In the run up to the general election, there will be a lot of talk about immigration. One argument bandied around is that, as a relatively small island, there just isn’t enough room for newcomers.
Anti-establishment party Ukip is trading on its promises to cut immigration, forcing the Conservatives to get tougher. Anti-immigration arguments have often centred around the strain on the labour market and public services, but there are those who just claim there isn't enough space. They're wrong.
In England and Wales, 50 per cent of the population lives in just 27 per cent of the local council areas, and lives on only 10 per cent of the country’s surface area. As Stephen Nickell of the Office for Budget Responsibility says, there is plenty of room:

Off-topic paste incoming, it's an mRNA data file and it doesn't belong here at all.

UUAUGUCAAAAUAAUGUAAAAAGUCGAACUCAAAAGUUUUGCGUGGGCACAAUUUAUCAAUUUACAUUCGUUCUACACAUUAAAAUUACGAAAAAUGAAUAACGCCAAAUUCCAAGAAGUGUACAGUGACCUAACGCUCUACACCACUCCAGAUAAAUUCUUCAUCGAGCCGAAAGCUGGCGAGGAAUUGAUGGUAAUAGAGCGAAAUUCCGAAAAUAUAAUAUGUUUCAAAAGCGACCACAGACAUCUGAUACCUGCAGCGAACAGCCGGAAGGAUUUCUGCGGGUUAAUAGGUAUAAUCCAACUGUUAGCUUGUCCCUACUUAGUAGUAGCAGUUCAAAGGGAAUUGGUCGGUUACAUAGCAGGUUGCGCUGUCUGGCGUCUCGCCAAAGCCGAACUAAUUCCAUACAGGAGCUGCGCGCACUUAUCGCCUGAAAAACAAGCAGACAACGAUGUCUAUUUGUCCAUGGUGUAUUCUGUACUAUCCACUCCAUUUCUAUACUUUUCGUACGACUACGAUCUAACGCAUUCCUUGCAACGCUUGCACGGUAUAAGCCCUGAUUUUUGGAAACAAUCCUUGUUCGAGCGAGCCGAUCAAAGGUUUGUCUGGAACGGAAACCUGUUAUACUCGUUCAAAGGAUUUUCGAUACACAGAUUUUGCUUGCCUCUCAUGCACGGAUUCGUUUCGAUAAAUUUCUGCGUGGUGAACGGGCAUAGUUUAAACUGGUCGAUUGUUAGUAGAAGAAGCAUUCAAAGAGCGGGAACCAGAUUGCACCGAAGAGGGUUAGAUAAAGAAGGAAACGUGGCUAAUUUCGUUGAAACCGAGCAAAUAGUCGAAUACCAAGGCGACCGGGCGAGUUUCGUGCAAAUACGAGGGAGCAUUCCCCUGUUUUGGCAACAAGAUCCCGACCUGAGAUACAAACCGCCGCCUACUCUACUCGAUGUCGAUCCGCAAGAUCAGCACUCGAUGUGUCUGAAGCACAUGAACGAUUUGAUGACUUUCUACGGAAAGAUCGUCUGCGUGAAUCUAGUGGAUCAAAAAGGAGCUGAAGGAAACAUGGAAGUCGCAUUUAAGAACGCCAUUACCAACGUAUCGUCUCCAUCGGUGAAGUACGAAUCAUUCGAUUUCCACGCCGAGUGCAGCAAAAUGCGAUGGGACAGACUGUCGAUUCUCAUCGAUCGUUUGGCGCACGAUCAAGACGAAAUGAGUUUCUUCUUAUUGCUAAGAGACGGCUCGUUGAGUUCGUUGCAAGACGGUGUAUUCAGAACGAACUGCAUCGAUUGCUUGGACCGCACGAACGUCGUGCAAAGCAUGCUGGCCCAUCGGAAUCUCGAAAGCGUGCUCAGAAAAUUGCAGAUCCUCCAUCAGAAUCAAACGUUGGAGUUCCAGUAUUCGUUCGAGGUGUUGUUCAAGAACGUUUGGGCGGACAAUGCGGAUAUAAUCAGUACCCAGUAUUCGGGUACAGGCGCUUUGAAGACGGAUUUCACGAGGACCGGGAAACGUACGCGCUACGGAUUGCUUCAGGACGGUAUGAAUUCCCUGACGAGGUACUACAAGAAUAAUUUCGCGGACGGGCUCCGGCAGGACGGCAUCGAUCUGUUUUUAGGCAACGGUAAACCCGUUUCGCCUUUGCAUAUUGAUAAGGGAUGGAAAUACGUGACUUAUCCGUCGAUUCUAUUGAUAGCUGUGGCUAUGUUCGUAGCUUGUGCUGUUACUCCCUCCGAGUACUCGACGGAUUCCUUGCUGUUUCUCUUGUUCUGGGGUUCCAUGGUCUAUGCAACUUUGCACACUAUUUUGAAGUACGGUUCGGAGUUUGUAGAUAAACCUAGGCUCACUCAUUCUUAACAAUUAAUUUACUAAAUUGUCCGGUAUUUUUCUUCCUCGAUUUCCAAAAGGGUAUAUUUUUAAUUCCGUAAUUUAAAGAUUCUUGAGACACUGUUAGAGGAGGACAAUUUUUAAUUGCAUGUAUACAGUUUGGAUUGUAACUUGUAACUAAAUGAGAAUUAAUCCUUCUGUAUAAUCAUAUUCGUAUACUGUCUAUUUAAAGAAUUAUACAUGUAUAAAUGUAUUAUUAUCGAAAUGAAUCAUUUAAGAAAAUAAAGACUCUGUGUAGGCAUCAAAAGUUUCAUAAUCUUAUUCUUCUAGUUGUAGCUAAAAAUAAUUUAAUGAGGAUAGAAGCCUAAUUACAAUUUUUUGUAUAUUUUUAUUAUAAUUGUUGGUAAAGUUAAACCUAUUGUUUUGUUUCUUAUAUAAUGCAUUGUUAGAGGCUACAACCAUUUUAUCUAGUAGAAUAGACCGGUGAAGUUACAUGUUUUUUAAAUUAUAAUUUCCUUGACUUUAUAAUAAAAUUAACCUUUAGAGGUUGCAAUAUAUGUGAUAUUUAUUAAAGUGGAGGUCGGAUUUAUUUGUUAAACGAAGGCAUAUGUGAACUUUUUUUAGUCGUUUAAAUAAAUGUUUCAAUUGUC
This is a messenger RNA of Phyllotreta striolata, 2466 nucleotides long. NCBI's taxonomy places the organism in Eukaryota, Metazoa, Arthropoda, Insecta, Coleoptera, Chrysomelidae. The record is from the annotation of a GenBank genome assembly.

One argument said we’re a small island, not much room. On the other hand, of course, there’s masses of room. The urbanised part of Britain occupies less than 10 per cent of the surface area. The urbanised part of Surrey occupies less of Surrey than golf courses.
The first map above shows the 95 most populous areas, while the second shows the population density across the UK. The structure of the UK’s local government means the cities such as Birmingham are controlled by a single tier government, while London is broken down by boroughs.
The bubble graph at the bottom of the graphic shows local authorities by percentage of the England and Wales population, charted against the population density. The size of the bubbles represents the first of those two values. London boroughs are concentrated towards the low population end of the scale, but are high up as their density is greater, as you’d expect.